Holi of good old days
Khushwant Singh

Khushwant Singh

There was a time when the festival I looked forward to enjoying the most was Holi. There has come a time I dread the same festival and prefer staying indoors till the festivities are over. The first phase lasted all my years at school. The venue was the sprawling mansion in Kashmiri Gate of Lala Raghubir Singh Jain, founding father of Modern School. There were around 50 men, women, boys and girls ó Hindus, Sikhs and Christians ó squirting coloured water and gulaal powder on each other and shouting Holi hai.

All this came to an abrupt halt at noon. We showered, got into fresh clothes and sat on the lawn in lines and served freshly-fried poories and potato curry. It was all over by 1 pm and we slept soundly till the evening.

As I grew older and Holi became rougher, the mode and time of celebrating it changed from morning to late evening. We stayed indoors till the revellers called it a day. We drank a concoction of bhang (hashish).

Nowadays Holi is celebrated in a rough manner
Nowadays Holi is celebrated in a rough manner

Nihangs are famous for imbibing bhang round the year. They call it sukha parshad (peace-giving offering). You can see them outside gurdwaras, crushing almonds and hashish in a mortar and pestle. They mix the stuff with sugared milk and take it in large quantities till they are drunk. They call themselves Guru ki fauj (the Guruís army) and claim to be tyar bar tyar Khalsa (ever-ready to engage in battle).

What kind of warriors they could be, loaded with bhang, is not difficult to imagine.

Greatest leader

For all the pomp and show;

Gandhi died in India long ago;

And we would never know;

His greatness, till the aliens were to declare;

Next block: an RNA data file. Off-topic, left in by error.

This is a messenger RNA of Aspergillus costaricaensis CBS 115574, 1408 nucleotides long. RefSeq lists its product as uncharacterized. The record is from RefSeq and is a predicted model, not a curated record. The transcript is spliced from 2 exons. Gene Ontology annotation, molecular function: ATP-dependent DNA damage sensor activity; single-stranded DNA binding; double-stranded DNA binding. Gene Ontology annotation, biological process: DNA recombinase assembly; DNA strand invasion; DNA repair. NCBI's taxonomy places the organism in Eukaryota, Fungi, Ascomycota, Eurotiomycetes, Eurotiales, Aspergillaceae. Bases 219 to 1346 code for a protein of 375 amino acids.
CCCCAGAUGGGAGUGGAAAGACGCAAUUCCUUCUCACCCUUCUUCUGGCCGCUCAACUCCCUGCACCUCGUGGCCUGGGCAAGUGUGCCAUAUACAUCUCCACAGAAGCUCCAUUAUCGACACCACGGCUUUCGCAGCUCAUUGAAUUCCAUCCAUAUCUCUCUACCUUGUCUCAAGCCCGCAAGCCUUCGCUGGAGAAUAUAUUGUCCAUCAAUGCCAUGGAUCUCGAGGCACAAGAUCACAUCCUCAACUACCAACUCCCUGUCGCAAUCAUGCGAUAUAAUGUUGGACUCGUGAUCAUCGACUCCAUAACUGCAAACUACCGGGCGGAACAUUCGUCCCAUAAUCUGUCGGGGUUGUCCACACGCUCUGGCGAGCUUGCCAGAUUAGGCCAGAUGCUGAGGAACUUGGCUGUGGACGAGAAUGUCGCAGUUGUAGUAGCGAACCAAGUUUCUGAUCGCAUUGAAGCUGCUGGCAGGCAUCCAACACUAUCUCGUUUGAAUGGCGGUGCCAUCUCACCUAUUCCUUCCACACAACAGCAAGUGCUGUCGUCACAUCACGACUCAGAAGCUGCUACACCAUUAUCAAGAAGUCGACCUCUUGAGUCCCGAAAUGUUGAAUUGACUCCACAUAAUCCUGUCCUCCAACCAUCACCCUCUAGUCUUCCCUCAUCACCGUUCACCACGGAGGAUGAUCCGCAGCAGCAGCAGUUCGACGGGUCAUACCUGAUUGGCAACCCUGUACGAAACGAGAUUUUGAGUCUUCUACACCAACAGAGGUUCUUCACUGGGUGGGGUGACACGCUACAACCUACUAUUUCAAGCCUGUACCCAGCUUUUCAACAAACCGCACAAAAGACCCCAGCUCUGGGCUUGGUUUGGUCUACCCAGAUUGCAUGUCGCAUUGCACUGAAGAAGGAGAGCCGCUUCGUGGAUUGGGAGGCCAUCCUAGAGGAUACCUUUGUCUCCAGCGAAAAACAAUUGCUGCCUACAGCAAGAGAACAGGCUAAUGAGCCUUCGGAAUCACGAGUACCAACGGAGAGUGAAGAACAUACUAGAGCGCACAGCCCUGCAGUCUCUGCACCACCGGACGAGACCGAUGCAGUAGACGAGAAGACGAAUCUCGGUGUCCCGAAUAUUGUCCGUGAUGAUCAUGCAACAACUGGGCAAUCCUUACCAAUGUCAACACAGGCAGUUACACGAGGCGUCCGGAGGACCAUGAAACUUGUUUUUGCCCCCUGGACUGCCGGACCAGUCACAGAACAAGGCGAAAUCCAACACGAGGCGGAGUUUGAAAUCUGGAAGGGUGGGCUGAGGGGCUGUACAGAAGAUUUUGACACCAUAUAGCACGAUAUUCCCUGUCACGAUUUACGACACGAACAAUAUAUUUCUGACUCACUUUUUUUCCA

That he is of all times the greatest leader;

Until Egypt were to rise en masse;

And Tunisia a threshold cross;

Peacefully to usher in democracy;

We love him, by him swear;

And day and night sing his prayer;

But never our assets truthfully declare;

True followers of his philosophy;

We never indulge in corruption, practice bribery;

Not only our politicians live poorly;

Our traders serve only their country;

Even an IAS couple collects five hundred crore only;

So as long as the sun rises, piercing the cloud;

We will do Gandhi proud.

(Courtesy: Kuldip Salil, Delhi)



In British days, India was known as a country of maharajas, snake charmers and beggars. While the first two species are almost extinct, beggars are surviving perhaps by adopting Darwinís theory of survival.

Thus recently, in a Delhiís posh colony, a beggar rang the bell of a house. An elderly lady answered the bell and told the beggar to come to collect alms later when her husband, too, will be at home. Thus spake the beggar: "Madam ji. Please note my mobile number and give me a call when your husband comes."

Mental status

An elderly farmer from Himachal Pradesh was brought into the hospital because he appeared confused and was thought to have had a stroke. Attempting to assess his mental status, the emergency doctor asked: "If you have a hundred sheep in a pasture and seven escape, how many will be left?"

"Zero", replied the farmer.

"No, the answer is 93," said the doctor.

"Doctor sahib," the farmer quipped, "you donít know anything about sheep. When one of them decides to go, they will all go."

(Contributed by Reeten Ganguly, Tezpur)